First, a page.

When Zhang Chunxian (Xinjiang’s current Communist Party Chief) took over as the secretary after hardliner Wang Lequan’s dismissal following the Urumqi riots in 2009, he was expected to usher in an era of peace and tranquility in Xinjiang’s Uyghur Autonomous Region (XUAR). For this purpose he adopted a soft-approach towards Uyghurs marking a strategic shift from the legacy of his predecessor. However, his endeavour to project stability and prosperity on the eve of the second anniversary of the Urumqi riots (5 July 2009), when he tried to reach out the local communities, was marred by a dreadful providence of events which unfolded on 18 and 30-31 July 2011 in Kashgar and Hotan. The Chinese government quickly adduced the terrorist angle to explain the incidents whereas the locals came up with a contrary view. What exactly are the major reasons causing these recurring disturbances? Is terrorism alone a valid explanation or are there graver issues which need to be addressed?
So far, China’s attempts at integrating the province and creating a harmonious socio-political environment by increasing the security budget along with a ‘one-on-one/pairing assistance programme’ carried out by the XPCC have drastically failed. This is primarily because the consequential political reshuffle did not take the aspirations of the local people into account. It is plausible that public punishments meted out to the members of the Uyghur community left a humiliating impact on community psyche, following which they decided to take revenge (Reports in The New York Times of a video of the Turkistan Islamic Party claiming revenge confirms this: http://nyti.ms/nGy1xv). Also, the relaxation of media norms within the province gave them an opportunity to regroup with previous affiliations, who too shared a feeling of persecution by the Chinese state.
Mismanagement of economic resources has also been fuelling the fury of ethnic minorities in the region. Kashgar as one of the latest cities to be modernized and being declared as a Special Economic Zone last year became a significant investment opportunity for one and all. Given its favourable business environment, it attracted investors on a large scale, mostly Han officials, volunteers, merchants, police and immigrant workers which contributed to the rising cost of living in the city.
It is estimated that in the last two years the housing prices have doubled in Kashgar. Local businessmen and officials have become eager to demolish old buildings and community structures and replace them with skyscrapers. Beijing will be investing another 7.26 billion Yuan ($1.13 billion) in municipal infrastructure construction and other livelihood programmes in Hotan Since most Uyghurs are unable to ‘upgrade’ their apartments to new ones, they are increasingly marginalized in their own town. They also lament the grave cultural erosion, most prominently seen in the traditional Islamist part of the city which is being modernized at a fast pace. The Chinese government further plans to increase the city’s annual GDP growth rate over the next decade and increase the population from the current six hundred thousand to a million by 2030. These changes are leading to increased antagonism between the Central government and the local people.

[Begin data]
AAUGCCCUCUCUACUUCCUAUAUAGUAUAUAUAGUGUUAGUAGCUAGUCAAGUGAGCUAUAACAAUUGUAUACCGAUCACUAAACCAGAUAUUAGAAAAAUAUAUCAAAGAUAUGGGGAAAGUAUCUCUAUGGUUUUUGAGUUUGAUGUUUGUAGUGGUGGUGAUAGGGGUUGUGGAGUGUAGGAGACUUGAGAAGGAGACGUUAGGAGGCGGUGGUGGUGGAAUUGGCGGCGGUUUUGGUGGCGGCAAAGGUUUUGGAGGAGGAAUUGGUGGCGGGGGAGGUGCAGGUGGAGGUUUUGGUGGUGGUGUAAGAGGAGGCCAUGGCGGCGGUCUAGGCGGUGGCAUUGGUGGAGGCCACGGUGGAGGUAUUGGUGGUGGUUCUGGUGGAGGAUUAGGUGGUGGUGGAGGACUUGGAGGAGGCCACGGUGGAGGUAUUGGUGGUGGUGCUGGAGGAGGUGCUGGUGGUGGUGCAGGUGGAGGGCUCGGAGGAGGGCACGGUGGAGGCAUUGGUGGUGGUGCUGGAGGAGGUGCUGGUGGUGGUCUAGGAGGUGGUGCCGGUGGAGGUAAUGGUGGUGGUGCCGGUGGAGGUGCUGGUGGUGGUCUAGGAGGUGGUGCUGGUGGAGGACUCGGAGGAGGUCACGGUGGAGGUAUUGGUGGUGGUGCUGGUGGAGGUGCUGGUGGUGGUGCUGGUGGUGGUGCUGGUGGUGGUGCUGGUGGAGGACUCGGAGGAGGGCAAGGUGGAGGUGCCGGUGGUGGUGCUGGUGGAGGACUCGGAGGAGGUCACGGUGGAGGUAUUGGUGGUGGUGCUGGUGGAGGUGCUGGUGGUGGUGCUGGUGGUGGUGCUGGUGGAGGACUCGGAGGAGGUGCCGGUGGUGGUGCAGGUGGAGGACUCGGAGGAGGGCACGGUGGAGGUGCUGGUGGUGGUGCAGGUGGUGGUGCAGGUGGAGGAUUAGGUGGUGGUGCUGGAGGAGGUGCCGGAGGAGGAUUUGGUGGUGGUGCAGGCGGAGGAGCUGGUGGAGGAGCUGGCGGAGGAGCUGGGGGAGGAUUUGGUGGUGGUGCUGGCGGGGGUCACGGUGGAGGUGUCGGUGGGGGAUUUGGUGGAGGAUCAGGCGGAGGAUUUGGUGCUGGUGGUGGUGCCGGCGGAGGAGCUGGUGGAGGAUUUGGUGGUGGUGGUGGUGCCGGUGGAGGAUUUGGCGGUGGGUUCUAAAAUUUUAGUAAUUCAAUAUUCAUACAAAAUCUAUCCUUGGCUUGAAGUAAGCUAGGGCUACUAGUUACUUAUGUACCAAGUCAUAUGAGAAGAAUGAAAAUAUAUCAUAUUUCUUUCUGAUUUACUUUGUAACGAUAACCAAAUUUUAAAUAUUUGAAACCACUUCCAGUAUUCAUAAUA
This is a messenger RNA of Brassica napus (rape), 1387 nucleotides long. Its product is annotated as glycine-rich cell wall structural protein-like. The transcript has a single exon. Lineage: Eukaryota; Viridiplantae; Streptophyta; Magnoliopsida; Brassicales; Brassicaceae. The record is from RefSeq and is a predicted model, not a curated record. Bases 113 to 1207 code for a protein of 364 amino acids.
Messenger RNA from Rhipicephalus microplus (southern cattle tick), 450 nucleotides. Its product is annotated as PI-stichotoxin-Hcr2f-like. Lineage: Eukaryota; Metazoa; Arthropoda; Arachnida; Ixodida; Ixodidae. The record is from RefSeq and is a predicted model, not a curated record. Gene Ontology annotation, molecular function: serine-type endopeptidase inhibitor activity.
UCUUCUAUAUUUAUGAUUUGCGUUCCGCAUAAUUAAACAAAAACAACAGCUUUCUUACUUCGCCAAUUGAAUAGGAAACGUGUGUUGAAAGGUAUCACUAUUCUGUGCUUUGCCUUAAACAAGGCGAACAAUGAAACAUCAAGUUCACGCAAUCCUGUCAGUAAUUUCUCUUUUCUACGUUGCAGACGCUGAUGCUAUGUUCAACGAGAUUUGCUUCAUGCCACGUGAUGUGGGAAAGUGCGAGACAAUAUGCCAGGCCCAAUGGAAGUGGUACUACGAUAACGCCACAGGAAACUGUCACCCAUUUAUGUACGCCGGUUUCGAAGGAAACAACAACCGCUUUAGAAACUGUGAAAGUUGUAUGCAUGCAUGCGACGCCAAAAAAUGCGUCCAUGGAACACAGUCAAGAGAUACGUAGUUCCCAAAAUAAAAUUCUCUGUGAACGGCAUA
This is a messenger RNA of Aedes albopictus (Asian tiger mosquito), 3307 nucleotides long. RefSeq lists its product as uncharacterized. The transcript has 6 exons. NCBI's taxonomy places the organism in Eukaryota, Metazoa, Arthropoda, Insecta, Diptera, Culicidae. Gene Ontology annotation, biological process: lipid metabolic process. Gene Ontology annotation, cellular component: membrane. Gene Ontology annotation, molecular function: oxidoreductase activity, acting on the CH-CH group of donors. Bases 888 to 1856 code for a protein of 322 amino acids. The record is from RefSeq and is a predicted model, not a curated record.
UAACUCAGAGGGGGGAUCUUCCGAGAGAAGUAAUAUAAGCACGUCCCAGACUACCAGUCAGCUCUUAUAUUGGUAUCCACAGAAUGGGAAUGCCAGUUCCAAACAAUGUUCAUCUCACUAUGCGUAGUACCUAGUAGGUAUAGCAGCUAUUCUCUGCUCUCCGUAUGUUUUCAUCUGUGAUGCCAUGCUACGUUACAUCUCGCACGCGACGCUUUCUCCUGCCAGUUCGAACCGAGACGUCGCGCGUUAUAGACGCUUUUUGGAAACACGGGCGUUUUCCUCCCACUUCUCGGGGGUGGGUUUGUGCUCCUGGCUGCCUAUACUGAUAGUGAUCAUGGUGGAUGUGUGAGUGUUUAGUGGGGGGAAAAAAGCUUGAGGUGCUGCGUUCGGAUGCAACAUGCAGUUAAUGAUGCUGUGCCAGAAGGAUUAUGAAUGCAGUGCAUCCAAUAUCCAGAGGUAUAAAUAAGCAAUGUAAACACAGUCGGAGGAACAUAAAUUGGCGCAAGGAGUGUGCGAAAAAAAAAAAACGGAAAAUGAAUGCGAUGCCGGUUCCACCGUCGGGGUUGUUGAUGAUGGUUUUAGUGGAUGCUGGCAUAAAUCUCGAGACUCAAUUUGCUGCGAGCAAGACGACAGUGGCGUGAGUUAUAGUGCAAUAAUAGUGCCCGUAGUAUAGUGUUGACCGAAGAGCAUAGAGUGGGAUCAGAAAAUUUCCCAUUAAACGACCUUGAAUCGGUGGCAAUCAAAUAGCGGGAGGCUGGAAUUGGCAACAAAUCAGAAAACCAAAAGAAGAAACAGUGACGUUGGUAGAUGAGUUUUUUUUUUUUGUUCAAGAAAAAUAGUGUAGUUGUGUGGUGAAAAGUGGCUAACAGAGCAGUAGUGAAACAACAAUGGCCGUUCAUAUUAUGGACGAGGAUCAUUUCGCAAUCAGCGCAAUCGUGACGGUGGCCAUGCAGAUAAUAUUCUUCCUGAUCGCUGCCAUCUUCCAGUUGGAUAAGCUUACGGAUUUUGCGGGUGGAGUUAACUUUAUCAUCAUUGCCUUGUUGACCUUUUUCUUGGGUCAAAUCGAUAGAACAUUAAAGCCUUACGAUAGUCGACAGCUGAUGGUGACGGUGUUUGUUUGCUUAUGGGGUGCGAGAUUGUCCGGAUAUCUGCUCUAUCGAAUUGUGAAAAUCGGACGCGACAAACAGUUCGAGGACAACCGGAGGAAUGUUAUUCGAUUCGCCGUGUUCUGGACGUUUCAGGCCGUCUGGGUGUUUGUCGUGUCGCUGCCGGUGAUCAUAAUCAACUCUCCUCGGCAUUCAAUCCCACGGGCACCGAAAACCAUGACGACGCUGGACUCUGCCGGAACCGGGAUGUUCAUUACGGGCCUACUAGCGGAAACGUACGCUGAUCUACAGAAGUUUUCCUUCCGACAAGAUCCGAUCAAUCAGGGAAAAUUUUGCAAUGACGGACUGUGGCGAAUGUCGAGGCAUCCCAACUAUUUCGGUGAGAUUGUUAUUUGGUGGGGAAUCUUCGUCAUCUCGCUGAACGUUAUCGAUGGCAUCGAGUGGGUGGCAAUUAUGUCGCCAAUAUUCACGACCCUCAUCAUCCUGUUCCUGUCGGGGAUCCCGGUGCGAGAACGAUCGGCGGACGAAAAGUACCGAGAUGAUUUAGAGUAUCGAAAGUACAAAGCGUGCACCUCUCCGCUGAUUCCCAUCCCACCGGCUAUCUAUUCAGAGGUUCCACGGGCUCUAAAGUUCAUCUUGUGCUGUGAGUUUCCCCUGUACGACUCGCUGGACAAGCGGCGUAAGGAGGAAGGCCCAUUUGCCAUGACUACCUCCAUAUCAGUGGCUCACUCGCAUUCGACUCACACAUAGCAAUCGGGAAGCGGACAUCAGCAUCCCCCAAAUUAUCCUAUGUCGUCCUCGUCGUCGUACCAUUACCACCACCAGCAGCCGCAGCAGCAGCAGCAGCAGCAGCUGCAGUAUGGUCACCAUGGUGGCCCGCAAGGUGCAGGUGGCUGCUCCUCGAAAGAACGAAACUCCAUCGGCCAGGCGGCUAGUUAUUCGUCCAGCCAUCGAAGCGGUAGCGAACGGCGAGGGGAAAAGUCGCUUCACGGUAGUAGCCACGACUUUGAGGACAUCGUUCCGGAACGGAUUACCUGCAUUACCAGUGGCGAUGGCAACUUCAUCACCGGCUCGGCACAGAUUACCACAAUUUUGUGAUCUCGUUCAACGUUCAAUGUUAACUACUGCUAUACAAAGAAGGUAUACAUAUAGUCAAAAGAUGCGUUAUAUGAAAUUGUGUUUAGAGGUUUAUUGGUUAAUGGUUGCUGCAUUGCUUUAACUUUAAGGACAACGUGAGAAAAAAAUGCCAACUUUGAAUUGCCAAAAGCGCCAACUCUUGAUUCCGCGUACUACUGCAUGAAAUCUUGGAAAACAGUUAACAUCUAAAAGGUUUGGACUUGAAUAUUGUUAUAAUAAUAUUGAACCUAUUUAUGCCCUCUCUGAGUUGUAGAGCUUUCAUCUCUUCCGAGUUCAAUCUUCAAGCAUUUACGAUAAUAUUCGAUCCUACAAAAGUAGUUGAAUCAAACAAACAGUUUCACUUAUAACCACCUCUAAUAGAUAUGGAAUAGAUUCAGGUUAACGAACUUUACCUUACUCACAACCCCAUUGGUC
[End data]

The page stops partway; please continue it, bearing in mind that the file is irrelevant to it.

Additionally, the entire process of rehabilitation lacks transparency and the locals are not adequately compensated during the renovation phase which leads to adverse speculations on the state’s intention for the region. The state’s decision to provide access to foreign investors further undermines the interests of the locals. The gap between the rich and the poor is widening progressively and the discrepancy between real political rights and the privileges mentioned under the constitution of the People’s Republic of China is also mounting.
A common complaint in the religious realm is that being Uyghur citizens it takes almost six months to a year’s time to get a passport which is generally sought for the purpose of Hajj, the holy journey to Mecca, and sometimes they are not able to get the passport at all. The locals believe that this is done purposefully to deny them access to their pan-Islamist linkages which might be revived on their way to Muslim countries.
The high level of corruption amongst the local police is also a significant determinant of the attack on the police station in Hotan. Police officials are believed to be involved in a black economy whereby they manoeuvre and deploy the discourse of ‘three forces of evil’: separatism, extremism and terrorism, as and when it suits their need. They are involved in a double-sided pursuit of money from the locals as well as the state. Hence they are particularly being targeted by the local people.
Though a larger terrorist threat exists from pan-Islamist linkages in the Central Asian Region, the Chinese authorities are amenable to playing up the ‘terrorist threat’ being instigated from abroad and by the East Turkestan Islamic movement (ETIM)/Tu-Dong forces to garner international support. These incidents should therefore not be viewed from the prism of terrorism but as clashes engendered by ruthless suppression of peaceful protestors by the local police and officials while demonstrating on day-to-day issues.
On the whole the July 2011 incidents seem largely driven by misgovernance in addition to the fundamental ethnic divide that exists in Xinjiang and should not be construed within the larger terrorist threat to the Chinese state.